The exhibition Per Durar (Built to Last), currently on display at the headquarter of the Barcelona branch of the Architects’ Association of Catalonia COAC, showcases a collection of photos and a video documenting the restoration project in the village of Tangassogo in Burkina Faso. First documented in the 16th century, the architecture of the village forms part of the Kassena culture, now submitted for the World Heritage Tentative List.
The project received funding from the COAC through the Cooperation Grants that the Association awards. The association contributes 0.7% of its budget to support development projects both in Catalonia and developing countries to fulfil its commitment to implement the Sustainable Development Goals (SDGs).
During the first three weeks of March 2018, more than one hundred women took part in the restoration and plastering of the traditional houses of their village. Construction and building maintenance are undertaken collaboratively by the whole community in the spirit of neighbourhood solidarity. The women play a key role in the conception and preservation of these beautiful, decorated buildings for future generations. Noteworthy are in particular the sense of community that exists among these women and the playful nature of the joint community effort. For the restoration, a traditional plastering technique using everyday tools such as brooms, hoes and stones is applied. The plaster is then finished off with pebbles and natural pigments. These themes, the value of local artisan tradition and the design, construction and maintenance of houses as a collective endeavour, are highlighted in the exhibition.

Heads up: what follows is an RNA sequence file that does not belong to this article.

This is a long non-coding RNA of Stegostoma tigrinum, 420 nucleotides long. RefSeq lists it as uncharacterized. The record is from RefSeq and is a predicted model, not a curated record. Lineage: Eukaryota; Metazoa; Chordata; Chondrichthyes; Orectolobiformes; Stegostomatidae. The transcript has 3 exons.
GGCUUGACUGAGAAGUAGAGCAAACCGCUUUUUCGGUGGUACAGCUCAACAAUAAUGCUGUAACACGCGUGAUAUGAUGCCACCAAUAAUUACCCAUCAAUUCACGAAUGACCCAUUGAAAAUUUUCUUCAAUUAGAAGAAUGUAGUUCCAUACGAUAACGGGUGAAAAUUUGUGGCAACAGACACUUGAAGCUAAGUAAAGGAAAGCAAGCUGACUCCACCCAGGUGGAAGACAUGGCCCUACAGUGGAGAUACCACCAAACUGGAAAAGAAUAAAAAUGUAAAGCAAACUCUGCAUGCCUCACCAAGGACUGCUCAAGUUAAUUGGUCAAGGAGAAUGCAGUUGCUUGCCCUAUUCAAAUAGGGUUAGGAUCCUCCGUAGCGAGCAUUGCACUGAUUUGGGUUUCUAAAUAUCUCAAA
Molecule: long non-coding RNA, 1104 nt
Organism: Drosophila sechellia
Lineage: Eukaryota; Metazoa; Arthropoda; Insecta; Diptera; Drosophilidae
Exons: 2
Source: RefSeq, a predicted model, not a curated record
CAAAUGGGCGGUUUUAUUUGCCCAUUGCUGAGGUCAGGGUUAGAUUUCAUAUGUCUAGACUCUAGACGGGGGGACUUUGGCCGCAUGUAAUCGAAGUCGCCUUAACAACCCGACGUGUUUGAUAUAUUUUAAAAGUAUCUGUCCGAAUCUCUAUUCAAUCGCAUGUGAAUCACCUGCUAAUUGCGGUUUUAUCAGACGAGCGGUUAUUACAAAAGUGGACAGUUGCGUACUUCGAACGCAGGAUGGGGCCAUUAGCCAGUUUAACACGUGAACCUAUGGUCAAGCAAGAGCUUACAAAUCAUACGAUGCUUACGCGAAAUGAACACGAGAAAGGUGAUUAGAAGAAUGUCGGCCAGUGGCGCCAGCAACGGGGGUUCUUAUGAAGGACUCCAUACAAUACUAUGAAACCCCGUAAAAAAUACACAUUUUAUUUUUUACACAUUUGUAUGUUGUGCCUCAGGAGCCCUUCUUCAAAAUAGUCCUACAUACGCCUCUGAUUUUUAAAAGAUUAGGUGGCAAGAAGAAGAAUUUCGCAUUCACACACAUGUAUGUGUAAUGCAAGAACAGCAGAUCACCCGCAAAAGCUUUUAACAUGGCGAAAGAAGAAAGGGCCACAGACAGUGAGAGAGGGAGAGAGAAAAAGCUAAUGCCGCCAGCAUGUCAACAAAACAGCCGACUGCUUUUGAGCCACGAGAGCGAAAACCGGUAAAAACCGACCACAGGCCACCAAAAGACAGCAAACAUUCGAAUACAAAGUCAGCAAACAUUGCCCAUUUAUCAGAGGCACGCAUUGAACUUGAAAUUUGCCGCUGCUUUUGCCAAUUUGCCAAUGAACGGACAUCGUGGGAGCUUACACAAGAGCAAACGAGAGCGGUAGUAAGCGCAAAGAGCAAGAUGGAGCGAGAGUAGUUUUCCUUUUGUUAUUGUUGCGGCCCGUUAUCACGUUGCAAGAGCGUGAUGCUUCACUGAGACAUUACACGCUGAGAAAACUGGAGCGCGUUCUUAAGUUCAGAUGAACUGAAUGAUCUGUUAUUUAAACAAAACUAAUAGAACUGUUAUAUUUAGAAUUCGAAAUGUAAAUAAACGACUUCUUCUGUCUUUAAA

“Building collectively with our own hands, the passing on of knowledge from generation to generation, and therefore the preservation of local artisan techniques, are traditions that we have forgotten here, and that we would like to reintroduce into our architectural practice,” Sandra Bestraten, president of the Barcelona branch of the Architects’ Association and honorary director of our program, points out. Tangassogo is an example of how the rehabilitation of buildings is firmly integrated in the culture of a village. The exhibition documents this community experience of mutual support and a collective understanding that only by working together our communities can “last” in time.
Until March 8 at the headquarters of the Col·legi d’Arquitectes de Catalunya, Plaça Nova 5, Barcelona
Closing Event: March 13, 2020
Exhibition Photography: Anna Mas